Posted 18/01/2021 in Category 1

How Does Yoga Improve Your Relationships?

How Does Yoga Improve Your Relationships?


Millions of people around the world practice yoga. People have practiced yoga for thousands of years and more recently, researchers have examined the physical, mental, and emotional health benefits. We can now quantify the benefits to you and I. In sport and exercise setting, many athletes are practising yoga to get the best from their sport performances and lengthen their sport careers. Researchers have shown that yoga can improve cardiovascular disease, type-2 diabetes, cancer, arthritis, asthma, and depression, anxiety, and posttraumatic stress disorder. But what exactly is yoga doing to our body and mind to bring these benefits to us?


One explanation is that yoga is downregulating the hypothalamic-pituitary-adrenal axis and the sympathetic nervous system response to stress. What this process means is that yoga helps our body to slow down and calm itself. Yoga is helping us to reinterpret the stress response. Most of the research to date explored the physical poses, breath work and meditation associated with yoga. But if yoga is good for your body and mind, perhaps the benefits extend beyond the physical to the social? 


Ross and colleagues examined whether the relationships one develops with one’s yoga teacher and peers confer health benefits beyond the benefits from the physical practice of yoga. When we think more broadly about groups, group behaviour and our need to belong, it seems sensible that practising yoga with others also brings social benefits. Research has consistently shown that the quality and quantity of one’s social relationships predict good health. After all, being without friends and colleagues – social isolation – profoundly affects one’s health and well-being. In fact, social isolation is punishment or torture. Strong social relationships increase the odds of our survival, regardless of age, gender or cause of death. Some of these relationships are social, other are romantic. In these committed relationships, people feel better, happier, healthier compared with those in unhappy relationships.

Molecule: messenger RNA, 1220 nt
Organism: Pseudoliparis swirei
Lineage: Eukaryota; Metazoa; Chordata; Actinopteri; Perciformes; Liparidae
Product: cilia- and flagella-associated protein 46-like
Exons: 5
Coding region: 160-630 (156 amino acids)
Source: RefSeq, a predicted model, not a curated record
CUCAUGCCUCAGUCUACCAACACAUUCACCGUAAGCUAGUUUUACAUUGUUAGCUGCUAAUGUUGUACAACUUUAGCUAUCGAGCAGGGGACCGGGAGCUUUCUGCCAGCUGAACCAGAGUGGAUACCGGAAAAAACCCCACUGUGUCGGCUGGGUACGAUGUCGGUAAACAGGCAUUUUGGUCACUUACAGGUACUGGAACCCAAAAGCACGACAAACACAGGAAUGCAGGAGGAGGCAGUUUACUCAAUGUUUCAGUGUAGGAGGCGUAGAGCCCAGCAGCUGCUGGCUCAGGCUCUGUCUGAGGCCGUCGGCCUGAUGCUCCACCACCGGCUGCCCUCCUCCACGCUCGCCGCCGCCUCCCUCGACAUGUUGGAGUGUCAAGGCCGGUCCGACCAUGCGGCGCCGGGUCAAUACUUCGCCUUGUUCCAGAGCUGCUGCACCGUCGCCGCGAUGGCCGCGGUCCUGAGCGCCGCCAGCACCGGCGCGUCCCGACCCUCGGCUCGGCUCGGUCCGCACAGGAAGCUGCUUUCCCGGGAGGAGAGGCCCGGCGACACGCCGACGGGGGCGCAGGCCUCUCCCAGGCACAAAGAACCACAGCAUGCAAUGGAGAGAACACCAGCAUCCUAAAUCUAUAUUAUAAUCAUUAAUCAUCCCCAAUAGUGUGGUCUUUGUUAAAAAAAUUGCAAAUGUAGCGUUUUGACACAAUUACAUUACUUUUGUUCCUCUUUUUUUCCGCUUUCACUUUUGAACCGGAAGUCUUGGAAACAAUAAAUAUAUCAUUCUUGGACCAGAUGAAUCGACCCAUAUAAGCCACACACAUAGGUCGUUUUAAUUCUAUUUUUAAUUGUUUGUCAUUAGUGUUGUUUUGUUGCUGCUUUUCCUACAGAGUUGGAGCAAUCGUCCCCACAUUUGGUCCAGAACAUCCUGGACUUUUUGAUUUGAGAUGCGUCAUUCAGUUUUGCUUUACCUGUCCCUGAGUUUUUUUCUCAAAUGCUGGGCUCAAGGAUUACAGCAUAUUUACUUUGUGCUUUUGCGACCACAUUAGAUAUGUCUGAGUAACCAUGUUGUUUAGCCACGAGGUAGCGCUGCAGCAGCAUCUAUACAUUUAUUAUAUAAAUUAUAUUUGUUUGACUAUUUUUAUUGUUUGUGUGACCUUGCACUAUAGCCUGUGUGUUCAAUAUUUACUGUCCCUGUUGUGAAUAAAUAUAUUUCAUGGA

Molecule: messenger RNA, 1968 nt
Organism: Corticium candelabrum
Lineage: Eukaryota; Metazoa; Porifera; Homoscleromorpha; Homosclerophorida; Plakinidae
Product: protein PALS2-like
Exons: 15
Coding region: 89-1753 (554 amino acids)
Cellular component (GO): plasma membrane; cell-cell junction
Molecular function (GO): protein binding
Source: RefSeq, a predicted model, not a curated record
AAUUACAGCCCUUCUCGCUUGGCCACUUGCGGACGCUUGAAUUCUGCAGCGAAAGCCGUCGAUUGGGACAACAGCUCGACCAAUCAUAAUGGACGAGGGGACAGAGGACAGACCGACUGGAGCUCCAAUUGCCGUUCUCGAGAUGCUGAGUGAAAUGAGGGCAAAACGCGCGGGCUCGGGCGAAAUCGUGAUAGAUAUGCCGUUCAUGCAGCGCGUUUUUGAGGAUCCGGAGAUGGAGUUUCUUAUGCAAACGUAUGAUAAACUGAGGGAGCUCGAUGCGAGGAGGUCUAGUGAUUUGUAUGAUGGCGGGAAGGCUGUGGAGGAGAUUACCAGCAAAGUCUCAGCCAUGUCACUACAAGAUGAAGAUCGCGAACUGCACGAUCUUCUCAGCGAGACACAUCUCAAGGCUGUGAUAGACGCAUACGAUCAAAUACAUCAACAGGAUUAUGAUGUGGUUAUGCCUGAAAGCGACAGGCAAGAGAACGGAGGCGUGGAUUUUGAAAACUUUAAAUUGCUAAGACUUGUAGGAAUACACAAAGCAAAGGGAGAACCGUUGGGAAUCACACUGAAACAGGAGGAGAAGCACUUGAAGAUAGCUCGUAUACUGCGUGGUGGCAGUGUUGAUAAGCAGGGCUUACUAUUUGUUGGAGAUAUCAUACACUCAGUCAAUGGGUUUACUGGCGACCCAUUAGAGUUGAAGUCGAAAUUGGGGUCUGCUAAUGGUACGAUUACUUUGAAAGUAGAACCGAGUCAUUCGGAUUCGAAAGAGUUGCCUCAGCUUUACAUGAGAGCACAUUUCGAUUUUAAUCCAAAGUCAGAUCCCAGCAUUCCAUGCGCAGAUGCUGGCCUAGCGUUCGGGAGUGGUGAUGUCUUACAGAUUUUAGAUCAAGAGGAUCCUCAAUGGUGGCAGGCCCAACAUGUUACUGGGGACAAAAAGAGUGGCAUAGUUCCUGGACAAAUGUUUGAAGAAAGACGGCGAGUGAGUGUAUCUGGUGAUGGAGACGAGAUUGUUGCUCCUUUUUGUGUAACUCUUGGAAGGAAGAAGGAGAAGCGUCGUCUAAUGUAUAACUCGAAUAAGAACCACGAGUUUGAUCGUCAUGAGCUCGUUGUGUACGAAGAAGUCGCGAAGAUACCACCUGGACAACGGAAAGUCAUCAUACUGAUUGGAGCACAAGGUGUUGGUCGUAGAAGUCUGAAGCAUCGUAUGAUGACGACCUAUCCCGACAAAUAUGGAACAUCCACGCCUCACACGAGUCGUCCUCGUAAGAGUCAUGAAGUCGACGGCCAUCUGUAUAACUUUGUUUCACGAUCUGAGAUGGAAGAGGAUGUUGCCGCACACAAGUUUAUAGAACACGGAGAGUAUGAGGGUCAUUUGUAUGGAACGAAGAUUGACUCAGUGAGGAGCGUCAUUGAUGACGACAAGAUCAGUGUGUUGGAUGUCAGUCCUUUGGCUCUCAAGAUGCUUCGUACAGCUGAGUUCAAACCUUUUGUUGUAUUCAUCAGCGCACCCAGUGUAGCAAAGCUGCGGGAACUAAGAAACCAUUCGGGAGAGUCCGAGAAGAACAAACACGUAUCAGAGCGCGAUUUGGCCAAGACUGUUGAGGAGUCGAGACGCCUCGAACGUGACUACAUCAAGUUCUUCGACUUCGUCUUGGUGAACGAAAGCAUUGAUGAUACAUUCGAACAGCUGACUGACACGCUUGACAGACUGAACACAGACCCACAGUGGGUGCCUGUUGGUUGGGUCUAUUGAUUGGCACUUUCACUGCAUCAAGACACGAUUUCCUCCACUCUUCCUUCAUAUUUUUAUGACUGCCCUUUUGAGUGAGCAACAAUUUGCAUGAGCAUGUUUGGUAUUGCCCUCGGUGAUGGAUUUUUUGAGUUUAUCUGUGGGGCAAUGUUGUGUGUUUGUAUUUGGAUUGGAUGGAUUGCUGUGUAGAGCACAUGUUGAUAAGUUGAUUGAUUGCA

Ross and colleagues’ interviews found that yoga practice brought four key benefits: personal transformation, increased social interaction, coping mechanism to help with relationship losses and difficulties, and spiritual transcendence. Through yoga, the yoga teachers believed that yoga changed the attitude of the participants. The participants changed their perspectives, making them more patient, kind, mindful and self-aware. Through yoga, participants felt part of the community. They had met new friends and belonged to a group. The friendship groups and shared sense of purpose were a benefit to their personal lives and relationships. 


In short, yoga benefits social and spiritual health by helping people to meet people who through their changing perspectives have more for themselves and for others. The patience, kindness, understanding and self-awareness keep on giving inwards and outwards. For those in sport, the benefits are not only physical; they are social and spiritual. Feeling a sense of belonging will always contribute to our health and wellbeing. And perhaps its helping us on the pitch and golf course. Maybe the benefits to yoga that you did not see will become the greatest benefits to you. 


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References

Ross, B. (2014). I am a nice person when I do yoga!!!: A qualitative analysis of how yoga affects relationships. Journal of Holistic Nursing, 32(2), 67–77. https://doi.org/10.1177/0898010113508466

Image by AndiP from Pixabay